If you’re vulnerable to the winter blues, now is a good time to think proactively about lifestyle hacks that can keep your mood and energy levels on the sunny side even when the skies are grey.
What is SAD?
Seasonal affective disorder (SAD) is a type of depression that’s related to changes in seasons —SAD begins and ends at about the same times every year. To put it in layman’s terms, sunlight triggers certain biological responses in your body such as the release of melatonin, which regulates circadian rhythms, and the endogenous production of Vitamin D. A depletion of these biochemicals can affect our body’s stress and immune responses and cause fatigue, irritability, minor aches and pains, depression and more.
Recently I had a full blood panel drawn, which confirmed excellent health with the exception of a deficiency in Vitamin D. Living in the Pacific Northwest, it shouldn’t be a big surprise, but I still was caught slightly off-guard, since it is indeed mid-August, the sunniest time of the year.
According to Webmd, symptoms of bone pain and muscle weakness can mean you have a vitamin D deficiency. Research suggests that vitamin D could play a role in the prevention and treatment of many different conditions, including type1 and type 2 diabetes, hypertension, glucose intolerance, and multiple sclerosis.
If you follow a strict vegan diet, you may be susceptible to Vitamin D insufficiency, since most Vitamin D sources hail from animal origin. If you are homebound, live in northern latitudes, or cover your body for the most part with robes or religious apparel, you might want to consider having your blood serum levels tested. Now is the time to get ahead of the curve, so that by the time the sunshine recedes, your blood levels of this vital nutrient will be steady and constant.
Which Vitamin D source is best?
The recommended form of vitamin D best for bioavailability is vitamin D3 or cholecalciferol. This is the natural form of vitamin D that your body makes from sunlight. Supplements are made from the fat of lambs’ wool. If you are strictly vegan, look for Vitamin D specially sourced from lichen. An example is Garden of Life’s Vitashine, the only vitamin D3 registered with the Vegan Society.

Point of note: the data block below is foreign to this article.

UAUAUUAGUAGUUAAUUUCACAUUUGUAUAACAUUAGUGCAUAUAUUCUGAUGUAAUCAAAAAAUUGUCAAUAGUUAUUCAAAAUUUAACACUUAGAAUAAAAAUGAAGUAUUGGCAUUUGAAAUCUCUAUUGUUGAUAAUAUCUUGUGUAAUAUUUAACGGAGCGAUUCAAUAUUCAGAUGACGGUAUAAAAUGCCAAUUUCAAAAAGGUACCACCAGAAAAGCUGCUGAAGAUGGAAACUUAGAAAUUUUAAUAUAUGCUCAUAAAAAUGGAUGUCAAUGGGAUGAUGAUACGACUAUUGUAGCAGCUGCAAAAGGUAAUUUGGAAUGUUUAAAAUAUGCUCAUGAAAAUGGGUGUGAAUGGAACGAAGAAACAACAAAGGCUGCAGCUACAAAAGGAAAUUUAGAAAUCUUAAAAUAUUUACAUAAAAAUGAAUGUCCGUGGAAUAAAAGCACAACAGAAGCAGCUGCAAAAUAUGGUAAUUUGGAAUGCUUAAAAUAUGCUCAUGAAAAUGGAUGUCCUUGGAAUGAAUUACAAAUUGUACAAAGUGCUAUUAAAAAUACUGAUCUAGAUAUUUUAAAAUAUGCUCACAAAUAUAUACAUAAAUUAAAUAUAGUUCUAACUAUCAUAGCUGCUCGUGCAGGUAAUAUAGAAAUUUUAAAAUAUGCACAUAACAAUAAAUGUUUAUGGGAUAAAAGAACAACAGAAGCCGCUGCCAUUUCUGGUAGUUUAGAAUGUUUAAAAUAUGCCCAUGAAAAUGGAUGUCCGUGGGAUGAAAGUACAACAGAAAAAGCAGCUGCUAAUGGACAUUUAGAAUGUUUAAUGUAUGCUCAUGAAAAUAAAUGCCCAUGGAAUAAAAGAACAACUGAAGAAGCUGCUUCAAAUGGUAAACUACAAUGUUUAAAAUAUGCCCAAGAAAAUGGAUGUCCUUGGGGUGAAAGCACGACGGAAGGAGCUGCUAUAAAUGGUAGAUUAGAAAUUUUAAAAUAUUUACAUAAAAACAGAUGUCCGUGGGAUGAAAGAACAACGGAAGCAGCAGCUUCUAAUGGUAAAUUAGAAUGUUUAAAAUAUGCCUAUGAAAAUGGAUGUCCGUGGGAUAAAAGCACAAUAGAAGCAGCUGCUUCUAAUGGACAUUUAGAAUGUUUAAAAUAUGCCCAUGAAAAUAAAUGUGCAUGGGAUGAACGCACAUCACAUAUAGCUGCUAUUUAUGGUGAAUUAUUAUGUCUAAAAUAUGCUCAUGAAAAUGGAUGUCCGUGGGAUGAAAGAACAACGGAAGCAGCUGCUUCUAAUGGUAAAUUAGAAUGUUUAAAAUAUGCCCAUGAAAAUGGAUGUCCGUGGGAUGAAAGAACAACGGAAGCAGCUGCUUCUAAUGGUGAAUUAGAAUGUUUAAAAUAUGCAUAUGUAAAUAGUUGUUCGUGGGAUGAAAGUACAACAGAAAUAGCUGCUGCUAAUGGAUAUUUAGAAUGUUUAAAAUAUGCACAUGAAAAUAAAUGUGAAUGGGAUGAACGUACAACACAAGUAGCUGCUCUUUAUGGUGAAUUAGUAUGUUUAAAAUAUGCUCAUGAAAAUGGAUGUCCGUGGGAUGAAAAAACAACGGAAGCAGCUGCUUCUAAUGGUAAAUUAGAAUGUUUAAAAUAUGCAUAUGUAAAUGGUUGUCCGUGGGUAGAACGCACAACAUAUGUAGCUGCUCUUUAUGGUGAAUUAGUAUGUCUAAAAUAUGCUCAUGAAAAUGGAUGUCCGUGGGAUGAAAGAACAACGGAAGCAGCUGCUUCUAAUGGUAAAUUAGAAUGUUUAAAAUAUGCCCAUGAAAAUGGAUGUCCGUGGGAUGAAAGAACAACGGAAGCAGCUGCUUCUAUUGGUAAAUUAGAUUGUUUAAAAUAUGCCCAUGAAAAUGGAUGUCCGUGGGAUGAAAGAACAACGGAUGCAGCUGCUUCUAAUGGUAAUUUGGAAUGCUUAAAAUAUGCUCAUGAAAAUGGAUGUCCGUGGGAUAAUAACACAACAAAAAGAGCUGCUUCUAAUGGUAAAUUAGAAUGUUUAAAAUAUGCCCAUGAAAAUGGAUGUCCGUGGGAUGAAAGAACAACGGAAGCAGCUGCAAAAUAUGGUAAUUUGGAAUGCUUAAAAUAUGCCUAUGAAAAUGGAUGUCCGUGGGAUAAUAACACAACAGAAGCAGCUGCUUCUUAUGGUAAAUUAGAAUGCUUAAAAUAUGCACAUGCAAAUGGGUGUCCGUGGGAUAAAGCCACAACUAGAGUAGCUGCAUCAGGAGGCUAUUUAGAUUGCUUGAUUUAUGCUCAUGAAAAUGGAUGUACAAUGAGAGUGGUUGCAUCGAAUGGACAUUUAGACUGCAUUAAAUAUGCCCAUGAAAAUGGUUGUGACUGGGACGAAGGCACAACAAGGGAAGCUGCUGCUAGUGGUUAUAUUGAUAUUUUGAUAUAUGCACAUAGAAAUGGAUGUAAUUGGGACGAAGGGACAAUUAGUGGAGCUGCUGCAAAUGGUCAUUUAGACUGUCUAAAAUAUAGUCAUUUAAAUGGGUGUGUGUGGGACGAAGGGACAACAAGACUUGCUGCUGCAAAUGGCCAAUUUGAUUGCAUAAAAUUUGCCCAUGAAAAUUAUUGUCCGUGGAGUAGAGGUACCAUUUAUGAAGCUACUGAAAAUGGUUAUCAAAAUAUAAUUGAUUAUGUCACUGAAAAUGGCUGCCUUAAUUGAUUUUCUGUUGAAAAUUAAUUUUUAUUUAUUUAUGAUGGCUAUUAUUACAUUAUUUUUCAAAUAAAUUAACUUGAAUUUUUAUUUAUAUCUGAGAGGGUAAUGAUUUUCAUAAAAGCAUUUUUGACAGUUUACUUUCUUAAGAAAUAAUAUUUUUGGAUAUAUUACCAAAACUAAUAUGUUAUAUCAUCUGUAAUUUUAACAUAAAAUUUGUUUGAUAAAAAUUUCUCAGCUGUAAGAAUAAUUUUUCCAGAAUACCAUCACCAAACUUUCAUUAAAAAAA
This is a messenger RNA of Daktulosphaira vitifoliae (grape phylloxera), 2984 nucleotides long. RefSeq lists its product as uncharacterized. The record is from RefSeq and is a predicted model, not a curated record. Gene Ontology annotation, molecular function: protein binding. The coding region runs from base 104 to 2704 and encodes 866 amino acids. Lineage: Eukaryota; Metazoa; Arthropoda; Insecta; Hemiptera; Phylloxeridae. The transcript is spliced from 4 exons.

How do I choose a good supplement?
I have a close family member who is also a graduate of the Master’s program in Contemporary Alternative Medicine at ACHS. Knowing that she extensively researched nutrition and the bioavailability of nutrients while pursuing her course, I asked her this very question. She suggested Consumerlab as a resource for finding supplements tested for purity and consistency. The most detailed data is only available with a subscription, but the site still offers lots of valuable information for free.
What are some Vitamin D rich foods?
Foods that provide vitamin D include:
- Fatty fish, like tuna, mackerel, and salmon
- Foods fortified with vitamin D, like some dairy products, orange juice, soy milk, and cereals
- Beef liver
- Egg yolks
- Cod liver oil is an excellent source of Vitamin D, but research your supplement provider for sustainability and purity if you choose fish oil as your supplementation source.
Want to know more about optimizing your vitamin D levels? We’ve done a bit of the legwork for you below:
This article is for informational purposes only. It is not intended to treat, diagnose, cure, or prevent disease. This article has not been reviewed by the FDA. Always consult with your primary care physician or naturopathic doctor before making any significant changes to your health and wellness routine.
Disclosure of Material Connection: I am the Art Director of the American College of Healthcare Sciences, the Institution that publishes this blog. However, all opinions are my own. This blog may contain affiliate links. I am disclosing this in accordance with the Federal Trade Commission’s 16 CFR, Part 255: “Guides Concerning the Use of Endorsements and Testimonials in Advertising.”
About American College of Healthcare Sciences
Founded in 1978, ACHS.edu is a Portland, Ore.-based, accredited college offering online, on-campus, and study abroad integrative health education. With undergraduate and graduate degrees, diplomas, certificates, and continuing education units in integrative health, ACHS makes holistic health and wellness education accessible to a diverse community, including healthcare professionals, military students, stay-at-home parents, and lifelong learners. Specializations include aromatherapy, herbal medicine, holistic nutrition, and integrative health. ACHS is a Certified B Corporation® and was named two of 100 Best Green Workplaces in Oregon 2017 by Oregon Business magazine. ACHS is also accredited by the Distance Education Accrediting Commission (DEAC), which is recognized by the U.S. Department of Education and by the Council for Higher Education Accreditation (CHEA). In response to our commitment to service members, veterans and military spouses, ACHS has been designated as one of the top 16% of military-friendly institutions in the U.S. for nine years in a row. For more information visit achs.edu.